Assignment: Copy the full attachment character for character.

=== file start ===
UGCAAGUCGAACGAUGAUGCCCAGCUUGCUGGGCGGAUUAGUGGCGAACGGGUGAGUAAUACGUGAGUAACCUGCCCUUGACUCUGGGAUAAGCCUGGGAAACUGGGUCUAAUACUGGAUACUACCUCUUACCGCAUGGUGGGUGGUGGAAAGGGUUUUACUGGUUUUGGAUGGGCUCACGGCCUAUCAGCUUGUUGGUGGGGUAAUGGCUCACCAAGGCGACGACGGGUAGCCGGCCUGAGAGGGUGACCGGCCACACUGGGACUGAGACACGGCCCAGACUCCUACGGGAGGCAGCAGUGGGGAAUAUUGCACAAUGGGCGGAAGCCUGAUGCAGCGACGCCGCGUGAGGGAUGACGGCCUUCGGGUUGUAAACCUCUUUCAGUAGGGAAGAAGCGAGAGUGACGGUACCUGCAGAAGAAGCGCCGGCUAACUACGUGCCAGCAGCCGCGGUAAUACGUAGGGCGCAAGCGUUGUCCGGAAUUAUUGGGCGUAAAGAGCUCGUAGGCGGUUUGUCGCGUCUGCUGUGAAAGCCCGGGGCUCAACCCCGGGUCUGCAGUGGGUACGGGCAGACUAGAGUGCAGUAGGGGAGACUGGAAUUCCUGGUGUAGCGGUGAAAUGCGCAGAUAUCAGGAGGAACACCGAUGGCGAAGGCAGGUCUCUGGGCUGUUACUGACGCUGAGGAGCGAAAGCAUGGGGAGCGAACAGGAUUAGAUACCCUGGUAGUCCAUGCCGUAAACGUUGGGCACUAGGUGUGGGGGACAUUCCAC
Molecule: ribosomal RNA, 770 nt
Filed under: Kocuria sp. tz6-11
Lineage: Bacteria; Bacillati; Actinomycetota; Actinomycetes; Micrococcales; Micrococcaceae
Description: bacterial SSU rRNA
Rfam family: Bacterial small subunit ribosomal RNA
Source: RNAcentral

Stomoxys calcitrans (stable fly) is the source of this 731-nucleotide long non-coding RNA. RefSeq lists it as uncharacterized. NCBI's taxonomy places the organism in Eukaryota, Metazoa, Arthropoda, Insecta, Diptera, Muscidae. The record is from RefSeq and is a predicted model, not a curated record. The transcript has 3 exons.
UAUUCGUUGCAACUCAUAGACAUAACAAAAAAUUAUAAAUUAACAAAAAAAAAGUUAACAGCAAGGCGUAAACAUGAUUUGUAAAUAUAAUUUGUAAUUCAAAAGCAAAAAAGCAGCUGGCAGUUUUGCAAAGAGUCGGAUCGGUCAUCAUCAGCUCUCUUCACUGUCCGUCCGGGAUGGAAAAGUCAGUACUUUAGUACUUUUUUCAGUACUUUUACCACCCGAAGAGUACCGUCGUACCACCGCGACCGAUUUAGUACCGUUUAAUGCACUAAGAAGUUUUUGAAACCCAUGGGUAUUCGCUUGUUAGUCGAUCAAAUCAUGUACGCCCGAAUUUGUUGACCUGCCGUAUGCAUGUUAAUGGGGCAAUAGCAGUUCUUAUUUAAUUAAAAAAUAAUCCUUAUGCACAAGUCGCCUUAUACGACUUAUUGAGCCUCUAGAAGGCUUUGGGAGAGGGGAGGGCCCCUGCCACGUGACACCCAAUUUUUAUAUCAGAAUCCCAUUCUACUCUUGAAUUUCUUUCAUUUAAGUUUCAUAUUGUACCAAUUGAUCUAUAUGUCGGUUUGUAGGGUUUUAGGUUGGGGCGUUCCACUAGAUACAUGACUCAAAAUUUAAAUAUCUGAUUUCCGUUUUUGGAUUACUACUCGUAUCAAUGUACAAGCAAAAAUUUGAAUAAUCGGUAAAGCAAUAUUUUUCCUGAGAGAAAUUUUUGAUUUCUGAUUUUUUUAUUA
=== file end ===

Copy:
UGCAAGUCGAACGAUGAUGCCCAGCUUGCUGGGCGGAUUAGUGGCGAACGGGUGAGUAAUACGUGAGUAACCUGCCCUUGACUCUGGGAUAAGCCUGGGAAACUGGGUCUAAUACUGGAUACUACCUCUUACCGCAUGGUGGGUGGUGGAAAGGGUUUUACUGGUUUUGGAUGGGCUCACGGCCUAUCAGCUUGUUGGUGGGGUAAUGGCUCACCAAGGCGACGACGGGUAGCCGGCCUGAGAGGGUGACCGGCCACACUGGGACUGAGACACGGCCCAGACUCCUACGGGAGGCAGCAGUGGGGAAUAUUGCACAAUGGGCGGAAGCCUGAUGCAGCGACGCCGCGUGAGGGAUGACGGCCUUCGGGUUGUAAACCUCUUUCAGUAGGGAAGAAGCGAGAGUGACGGUACCUGCAGAAGAAGCGCCGGCUAACUACGUGCCAGCAGCCGCGGUAAUACGUAGGGCGCAAGCGUUGUCCGGAAUUAUUGGGCGUAAAGAGCUCGUAGGCGGUUUGUCGCGUCUGCUGUGAAAGCCCGGGGCUCAACCCCGGGUCUGCAGUGGGUACGGGCAGACUAGAGUGCAGUAGGGGAGACUGGAAUUCCUGGUGUAGCGGUGAAAUGCGCAGAUAUCAGGAGGAACACCGAUGGCGAAGGCAGGUCUCUGGGCUGUUACUGACGCUGAGGAGCGAAAGCAUGGGGAGCGAACAGGAUUAGAUACCCUGGUAGUCCAUGCCGUAAACGUUGGGCACUAGGUGUGGGGGACAUUCCAC
Molecule: ribosomal RNA, 770 nt
Filed under: Kocuria sp. tz6-11
Lineage: Bacteria; Bacillati; Actinomycetota; Actinomycetes; Micrococcales; Micrococcaceae
Description: bacterial SSU rRNA
Rfam family: Bacterial small subunit ribosomal RNA
Source: RNAcentral

Stomoxys calcitrans (stable fly) is the source of this 731-nucleotide long non-coding RNA. RefSeq lists it as uncharacterized. NCBI's taxonomy places the organism in Eukaryota, Metazoa, Arthropoda, Insecta, Diptera, Muscidae. The record is from RefSeq and is a predicted model, not a curated record. The transcript has 3 exons.
UAUUCGUUGCAACUCAUAGACAUAACAAAAAAUUAUAAAUUAACAAAAAAAAAGUUAACAGCAAGGCGUAAACAUGAUUUGUAAAUAUAAUUUGUAAUUCAAAAGCAAAAAAGCAGCUGGCAGUUUUGCAAAGAGUCGGAUCGGUCAUCAUCAGCUCUCUUCACUGUCCGUCCGGGAUGGAAAAGUCAGUACUUUAGUACUUUUUUCAGUACUUUUACCACCCGAAGAGUACCGUCGUACCACCGCGACCGAUUUAGUACCGUUUAAUGCACUAAGAAGUUUUUGAAACCCAUGGGUAUUCGCUUGUUAGUCGAUCAAAUCAUGUACGCCCGAAUUUGUUGACCUGCCGUAUGCAUGUUAAUGGGGCAAUAGCAGUUCUUAUUUAAUUAAAAAAUAAUCCUUAUGCACAAGUCGCCUUAUACGACUUAUUGAGCCUCUAGAAGGCUUUGGGAGAGGGGAGGGCCCCUGCCACGUGACACCCAAUUUUUAUAUCAGAAUCCCAUUCUACUCUUGAAUUUCUUUCAUUUAAGUUUCAUAUUGUACCAAUUGAUCUAUAUGUCGGUUUGUAGGGUUUUAGGUUGGGGCGUUCCACUAGAUACAUGACUCAAAAUUUAAAUAUCUGAUUUCCGUUUUUGGAUUACUACUCGUAUCAAUGUACAAGCAAAAAUUUGAAUAAUCGGUAAAGCAAUAUUUUUCCUGAGAGAAAUUUUUGAUUUCUGAUUUUUUUAUUA